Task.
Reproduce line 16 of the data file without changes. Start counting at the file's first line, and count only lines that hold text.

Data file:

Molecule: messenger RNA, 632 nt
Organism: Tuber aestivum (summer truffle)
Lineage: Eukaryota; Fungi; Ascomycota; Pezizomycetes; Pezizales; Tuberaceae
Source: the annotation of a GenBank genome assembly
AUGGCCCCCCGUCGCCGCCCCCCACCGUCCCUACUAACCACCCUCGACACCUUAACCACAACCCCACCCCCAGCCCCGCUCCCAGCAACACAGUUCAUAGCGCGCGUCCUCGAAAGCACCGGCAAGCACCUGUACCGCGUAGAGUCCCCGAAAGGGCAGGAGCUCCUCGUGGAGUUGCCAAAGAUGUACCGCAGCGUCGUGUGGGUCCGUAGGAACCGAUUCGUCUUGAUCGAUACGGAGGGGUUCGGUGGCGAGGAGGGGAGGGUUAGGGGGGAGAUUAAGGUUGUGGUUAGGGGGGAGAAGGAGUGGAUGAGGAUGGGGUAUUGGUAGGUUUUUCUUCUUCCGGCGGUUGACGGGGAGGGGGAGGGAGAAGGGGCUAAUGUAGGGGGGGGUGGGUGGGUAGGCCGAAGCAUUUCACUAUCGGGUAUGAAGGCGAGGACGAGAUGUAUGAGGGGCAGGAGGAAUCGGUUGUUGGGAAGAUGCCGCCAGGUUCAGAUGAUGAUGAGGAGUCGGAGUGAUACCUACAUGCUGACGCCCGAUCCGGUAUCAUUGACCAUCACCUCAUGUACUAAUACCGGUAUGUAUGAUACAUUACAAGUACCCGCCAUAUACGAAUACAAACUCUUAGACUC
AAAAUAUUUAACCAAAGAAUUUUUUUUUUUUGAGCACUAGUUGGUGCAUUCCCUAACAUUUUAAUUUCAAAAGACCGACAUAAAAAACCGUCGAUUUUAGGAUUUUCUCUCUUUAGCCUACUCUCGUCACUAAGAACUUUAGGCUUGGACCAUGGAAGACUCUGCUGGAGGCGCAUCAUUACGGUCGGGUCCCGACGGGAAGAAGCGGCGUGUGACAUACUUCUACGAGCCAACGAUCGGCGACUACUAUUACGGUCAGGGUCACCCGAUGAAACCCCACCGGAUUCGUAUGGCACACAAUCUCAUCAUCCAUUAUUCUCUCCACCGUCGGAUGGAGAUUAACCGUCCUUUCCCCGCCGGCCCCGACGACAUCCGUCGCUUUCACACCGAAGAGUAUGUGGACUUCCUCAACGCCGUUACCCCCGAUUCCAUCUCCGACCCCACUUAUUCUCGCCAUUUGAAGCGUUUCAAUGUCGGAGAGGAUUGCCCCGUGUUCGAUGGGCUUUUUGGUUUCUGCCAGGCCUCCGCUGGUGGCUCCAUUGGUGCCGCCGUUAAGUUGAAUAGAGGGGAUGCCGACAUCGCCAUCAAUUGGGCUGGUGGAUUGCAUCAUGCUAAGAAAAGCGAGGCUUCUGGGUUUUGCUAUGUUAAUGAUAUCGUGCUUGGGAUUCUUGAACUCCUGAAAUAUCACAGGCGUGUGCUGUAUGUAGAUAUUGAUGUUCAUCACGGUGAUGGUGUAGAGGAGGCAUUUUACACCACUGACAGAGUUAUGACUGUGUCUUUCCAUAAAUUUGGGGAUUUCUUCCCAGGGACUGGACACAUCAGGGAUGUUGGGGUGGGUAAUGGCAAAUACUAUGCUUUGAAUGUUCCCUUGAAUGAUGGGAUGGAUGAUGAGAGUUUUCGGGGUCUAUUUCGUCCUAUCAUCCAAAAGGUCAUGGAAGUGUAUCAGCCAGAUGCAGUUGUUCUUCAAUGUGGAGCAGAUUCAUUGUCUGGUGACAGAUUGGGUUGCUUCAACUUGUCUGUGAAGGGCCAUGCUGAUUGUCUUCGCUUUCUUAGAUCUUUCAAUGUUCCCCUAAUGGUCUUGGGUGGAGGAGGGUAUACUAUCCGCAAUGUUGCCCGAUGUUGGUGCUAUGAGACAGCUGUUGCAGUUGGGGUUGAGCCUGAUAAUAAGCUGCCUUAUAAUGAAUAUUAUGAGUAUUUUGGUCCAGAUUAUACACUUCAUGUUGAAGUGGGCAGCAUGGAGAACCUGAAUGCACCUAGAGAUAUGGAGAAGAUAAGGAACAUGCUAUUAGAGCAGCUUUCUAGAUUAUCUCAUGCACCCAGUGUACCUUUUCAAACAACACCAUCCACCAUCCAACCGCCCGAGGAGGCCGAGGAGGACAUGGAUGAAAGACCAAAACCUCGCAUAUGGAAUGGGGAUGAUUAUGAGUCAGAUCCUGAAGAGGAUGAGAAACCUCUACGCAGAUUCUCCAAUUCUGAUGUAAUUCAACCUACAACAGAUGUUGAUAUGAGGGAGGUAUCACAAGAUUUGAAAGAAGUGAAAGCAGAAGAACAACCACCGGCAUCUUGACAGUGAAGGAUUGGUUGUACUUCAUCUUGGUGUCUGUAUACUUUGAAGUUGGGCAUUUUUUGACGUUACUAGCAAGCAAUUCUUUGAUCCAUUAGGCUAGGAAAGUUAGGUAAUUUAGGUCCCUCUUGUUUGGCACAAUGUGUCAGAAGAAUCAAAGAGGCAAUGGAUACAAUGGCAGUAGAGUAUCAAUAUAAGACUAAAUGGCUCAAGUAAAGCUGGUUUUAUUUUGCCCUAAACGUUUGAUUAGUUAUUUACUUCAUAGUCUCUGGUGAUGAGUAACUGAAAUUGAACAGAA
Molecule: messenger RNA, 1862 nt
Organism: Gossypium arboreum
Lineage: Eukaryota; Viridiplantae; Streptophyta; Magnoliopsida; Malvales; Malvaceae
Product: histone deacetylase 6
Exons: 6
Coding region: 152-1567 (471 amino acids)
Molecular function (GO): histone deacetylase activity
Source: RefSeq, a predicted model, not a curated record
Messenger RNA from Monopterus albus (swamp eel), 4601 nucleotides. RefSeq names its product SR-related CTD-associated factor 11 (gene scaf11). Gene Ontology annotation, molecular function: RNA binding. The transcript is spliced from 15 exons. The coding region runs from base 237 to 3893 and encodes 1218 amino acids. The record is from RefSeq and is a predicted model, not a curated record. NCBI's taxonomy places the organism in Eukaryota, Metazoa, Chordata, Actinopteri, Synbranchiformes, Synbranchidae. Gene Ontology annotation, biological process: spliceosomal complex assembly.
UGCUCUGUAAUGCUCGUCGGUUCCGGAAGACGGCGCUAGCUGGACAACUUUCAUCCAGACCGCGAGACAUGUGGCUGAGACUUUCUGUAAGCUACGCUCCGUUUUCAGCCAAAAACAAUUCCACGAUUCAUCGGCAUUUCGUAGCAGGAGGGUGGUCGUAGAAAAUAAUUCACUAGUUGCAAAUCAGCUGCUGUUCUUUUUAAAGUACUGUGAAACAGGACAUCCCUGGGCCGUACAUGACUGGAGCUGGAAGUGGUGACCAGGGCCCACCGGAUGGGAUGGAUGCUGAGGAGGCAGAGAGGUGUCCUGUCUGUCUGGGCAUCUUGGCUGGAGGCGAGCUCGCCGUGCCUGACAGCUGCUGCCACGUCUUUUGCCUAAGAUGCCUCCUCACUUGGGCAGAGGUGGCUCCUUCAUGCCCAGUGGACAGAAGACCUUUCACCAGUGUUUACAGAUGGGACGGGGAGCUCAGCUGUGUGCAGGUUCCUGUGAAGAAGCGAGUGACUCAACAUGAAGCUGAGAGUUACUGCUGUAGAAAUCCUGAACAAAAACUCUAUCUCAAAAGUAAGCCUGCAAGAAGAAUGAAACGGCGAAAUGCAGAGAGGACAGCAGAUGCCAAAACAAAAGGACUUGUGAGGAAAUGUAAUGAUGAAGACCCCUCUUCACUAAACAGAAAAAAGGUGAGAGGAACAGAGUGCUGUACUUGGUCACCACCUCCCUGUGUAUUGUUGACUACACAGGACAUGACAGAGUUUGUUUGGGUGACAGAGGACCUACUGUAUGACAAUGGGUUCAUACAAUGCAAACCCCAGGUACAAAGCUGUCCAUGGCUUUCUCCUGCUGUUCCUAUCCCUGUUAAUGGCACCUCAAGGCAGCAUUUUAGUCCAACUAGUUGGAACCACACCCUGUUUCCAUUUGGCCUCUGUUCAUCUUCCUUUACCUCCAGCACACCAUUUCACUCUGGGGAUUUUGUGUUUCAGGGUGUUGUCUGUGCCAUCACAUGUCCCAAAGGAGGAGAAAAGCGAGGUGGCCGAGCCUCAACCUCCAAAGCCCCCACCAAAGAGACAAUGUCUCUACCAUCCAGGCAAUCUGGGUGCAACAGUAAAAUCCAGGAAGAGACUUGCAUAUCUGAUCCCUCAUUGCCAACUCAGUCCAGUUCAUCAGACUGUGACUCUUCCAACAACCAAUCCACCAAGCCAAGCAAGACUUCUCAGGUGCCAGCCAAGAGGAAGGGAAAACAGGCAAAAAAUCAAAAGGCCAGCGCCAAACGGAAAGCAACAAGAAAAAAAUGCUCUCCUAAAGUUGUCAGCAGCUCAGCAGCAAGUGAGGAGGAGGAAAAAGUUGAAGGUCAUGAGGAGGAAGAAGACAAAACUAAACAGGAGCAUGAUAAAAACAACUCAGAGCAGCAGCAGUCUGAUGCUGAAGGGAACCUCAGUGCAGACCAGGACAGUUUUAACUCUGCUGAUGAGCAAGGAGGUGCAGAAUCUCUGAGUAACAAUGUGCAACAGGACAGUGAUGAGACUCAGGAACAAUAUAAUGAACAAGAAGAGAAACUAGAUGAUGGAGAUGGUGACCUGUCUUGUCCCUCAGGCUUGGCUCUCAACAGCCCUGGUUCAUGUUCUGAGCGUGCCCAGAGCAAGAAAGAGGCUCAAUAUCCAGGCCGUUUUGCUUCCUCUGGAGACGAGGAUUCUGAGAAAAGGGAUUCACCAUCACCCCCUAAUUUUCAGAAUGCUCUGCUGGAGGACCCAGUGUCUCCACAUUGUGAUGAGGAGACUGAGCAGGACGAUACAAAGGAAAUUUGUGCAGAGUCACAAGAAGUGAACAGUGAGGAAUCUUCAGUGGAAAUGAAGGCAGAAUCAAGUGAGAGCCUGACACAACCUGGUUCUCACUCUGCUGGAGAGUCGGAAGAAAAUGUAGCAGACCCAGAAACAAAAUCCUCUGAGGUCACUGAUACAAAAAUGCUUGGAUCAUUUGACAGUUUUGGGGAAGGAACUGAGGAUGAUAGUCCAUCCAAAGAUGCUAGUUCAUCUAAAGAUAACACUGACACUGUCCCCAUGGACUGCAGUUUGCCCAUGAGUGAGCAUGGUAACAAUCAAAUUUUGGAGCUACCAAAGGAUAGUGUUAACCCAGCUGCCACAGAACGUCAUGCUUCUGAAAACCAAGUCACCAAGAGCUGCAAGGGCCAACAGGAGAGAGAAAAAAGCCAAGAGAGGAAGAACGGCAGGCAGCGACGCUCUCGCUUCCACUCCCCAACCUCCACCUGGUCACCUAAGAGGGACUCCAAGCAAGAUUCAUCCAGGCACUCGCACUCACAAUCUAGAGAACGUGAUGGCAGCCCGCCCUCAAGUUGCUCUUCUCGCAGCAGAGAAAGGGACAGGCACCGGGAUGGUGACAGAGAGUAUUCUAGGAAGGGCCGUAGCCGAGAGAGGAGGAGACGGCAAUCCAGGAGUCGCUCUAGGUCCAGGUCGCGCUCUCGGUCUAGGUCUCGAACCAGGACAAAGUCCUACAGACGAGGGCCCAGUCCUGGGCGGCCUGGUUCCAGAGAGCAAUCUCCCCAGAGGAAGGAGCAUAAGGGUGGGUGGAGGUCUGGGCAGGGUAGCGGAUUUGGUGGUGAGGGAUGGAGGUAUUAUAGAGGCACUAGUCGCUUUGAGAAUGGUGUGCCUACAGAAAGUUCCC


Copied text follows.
UGCUCUGUAAUGCUCGUCGGUUCCGGAAGACGGCGCUAGCUGGACAACUUUCAUCCAGACCGCGAGACAUGUGGCUGAGACUUUCUGUAAGCUACGCUCCGUUUUCAGCCAAAAACAAUUCCACGAUUCAUCGGCAUUUCGUAGCAGGAGGGUGGUCGUAGAAAAUAAUUCACUAGUUGCAAAUCAGCUGCUGUUCUUUUUAAAGUACUGUGAAACAGGACAUCCCUGGGCCGUACAUGACUGGAGCUGGAAGUGGUGACCAGGGCCCACCGGAUGGGAUGGAUGCUGAGGAGGCAGAGAGGUGUCCUGUCUGUCUGGGCAUCUUGGCUGGAGGCGAGCUCGCCGUGCCUGACAGCUGCUGCCACGUCUUUUGCCUAAGAUGCCUCCUCACUUGGGCAGAGGUGGCUCCUUCAUGCCCAGUGGACAGAAGACCUUUCACCAGUGUUUACAGAUGGGACGGGGAGCUCAGCUGUGUGCAGGUUCCUGUGAAGAAGCGAGUGACUCAACAUGAAGCUGAGAGUUACUGCUGUAGAAAUCCUGAACAAAAACUCUAUCUCAAAAGUAAGCCUGCAAGAAGAAUGAAACGGCGAAAUGCAGAGAGGACAGCAGAUGCCAAAACAAAAGGACUUGUGAGGAAAUGUAAUGAUGAAGACCCCUCUUCACUAAACAGAAAAAAGGUGAGAGGAACAGAGUGCUGUACUUGGUCACCACCUCCCUGUGUAUUGUUGACUACACAGGACAUGACAGAGUUUGUUUGGGUGACAGAGGACCUACUGUAUGACAAUGGGUUCAUACAAUGCAAACCCCAGGUACAAAGCUGUCCAUGGCUUUCUCCUGCUGUUCCUAUCCCUGUUAAUGGCACCUCAAGGCAGCAUUUUAGUCCAACUAGUUGGAACCACACCCUGUUUCCAUUUGGCCUCUGUUCAUCUUCCUUUACCUCCAGCACACCAUUUCACUCUGGGGAUUUUGUGUUUCAGGGUGUUGUCUGUGCCAUCACAUGUCCCAAAGGAGGAGAAAAGCGAGGUGGCCGAGCCUCAACCUCCAAAGCCCCCACCAAAGAGACAAUGUCUCUACCAUCCAGGCAAUCUGGGUGCAACAGUAAAAUCCAGGAAGAGACUUGCAUAUCUGAUCCCUCAUUGCCAACUCAGUCCAGUUCAUCAGACUGUGACUCUUCCAACAACCAAUCCACCAAGCCAAGCAAGACUUCUCAGGUGCCAGCCAAGAGGAAGGGAAAACAGGCAAAAAAUCAAAAGGCCAGCGCCAAACGGAAAGCAACAAGAAAAAAAUGCUCUCCUAAAGUUGUCAGCAGCUCAGCAGCAAGUGAGGAGGAGGAAAAAGUUGAAGGUCAUGAGGAGGAAGAAGACAAAACUAAACAGGAGCAUGAUAAAAACAACUCAGAGCAGCAGCAGUCUGAUGCUGAAGGGAACCUCAGUGCAGACCAGGACAGUUUUAACUCUGCUGAUGAGCAAGGAGGUGCAGAAUCUCUGAGUAACAAUGUGCAACAGGACAGUGAUGAGACUCAGGAACAAUAUAAUGAACAAGAAGAGAAACUAGAUGAUGGAGAUGGUGACCUGUCUUGUCCCUCAGGCUUGGCUCUCAACAGCCCUGGUUCAUGUUCUGAGCGUGCCCAGAGCAAGAAAGAGGCUCAAUAUCCAGGCCGUUUUGCUUCCUCUGGAGACGAGGAUUCUGAGAAAAGGGAUUCACCAUCACCCCCUAAUUUUCAGAAUGCUCUGCUGGAGGACCCAGUGUCUCCACAUUGUGAUGAGGAGACUGAGCAGGACGAUACAAAGGAAAUUUGUGCAGAGUCACAAGAAGUGAACAGUGAGGAAUCUUCAGUGGAAAUGAAGGCAGAAUCAAGUGAGAGCCUGACACAACCUGGUUCUCACUCUGCUGGAGAGUCGGAAGAAAAUGUAGCAGACCCAGAAACAAAAUCCUCUGAGGUCACUGAUACAAAAAUGCUUGGAUCAUUUGACAGUUUUGGGGAAGGAACUGAGGAUGAUAGUCCAUCCAAAGAUGCUAGUUCAUCUAAAGAUAACACUGACACUGUCCCCAUGGACUGCAGUUUGCCCAUGAGUGAGCAUGGUAACAAUCAAAUUUUGGAGCUACCAAAGGAUAGUGUUAACCCAGCUGCCACAGAACGUCAUGCUUCUGAAAACCAAGUCACCAAGAGCUGCAAGGGCCAACAGGAGAGAGAAAAAAGCCAAGAGAGGAAGAACGGCAGGCAGCGACGCUCUCGCUUCCACUCCCCAACCUCCACCUGGUCACCUAAGAGGGACUCCAAGCAAGAUUCAUCCAGGCACUCGCACUCACAAUCUAGAGAACGUGAUGGCAGCCCGCCCUCAAGUUGCUCUUCUCGCAGCAGAGAAAGGGACAGGCACCGGGAUGGUGACAGAGAGUAUUCUAGGAAGGGCCGUAGCCGAGAGAGGAGGAGACGGCAAUCCAGGAGUCGCUCUAGGUCCAGGUCGCGCUCUCGGUCUAGGUCUCGAACCAGGACAAAGUCCUACAGACGAGGGCCCAGUCCUGGGCGGCCUGGUUCCAGAGAGCAAUCUCCCCAGAGGAAGGAGCAUAAGGGUGGGUGGAGGUCUGGGCAGGGUAGCGGAUUUGGUGGUGAGGGAUGGAGGUAUUAUAGAGGCACUAGUCGCUUUGAGAAUGGUGUGCCUACAGAAAGUUCCC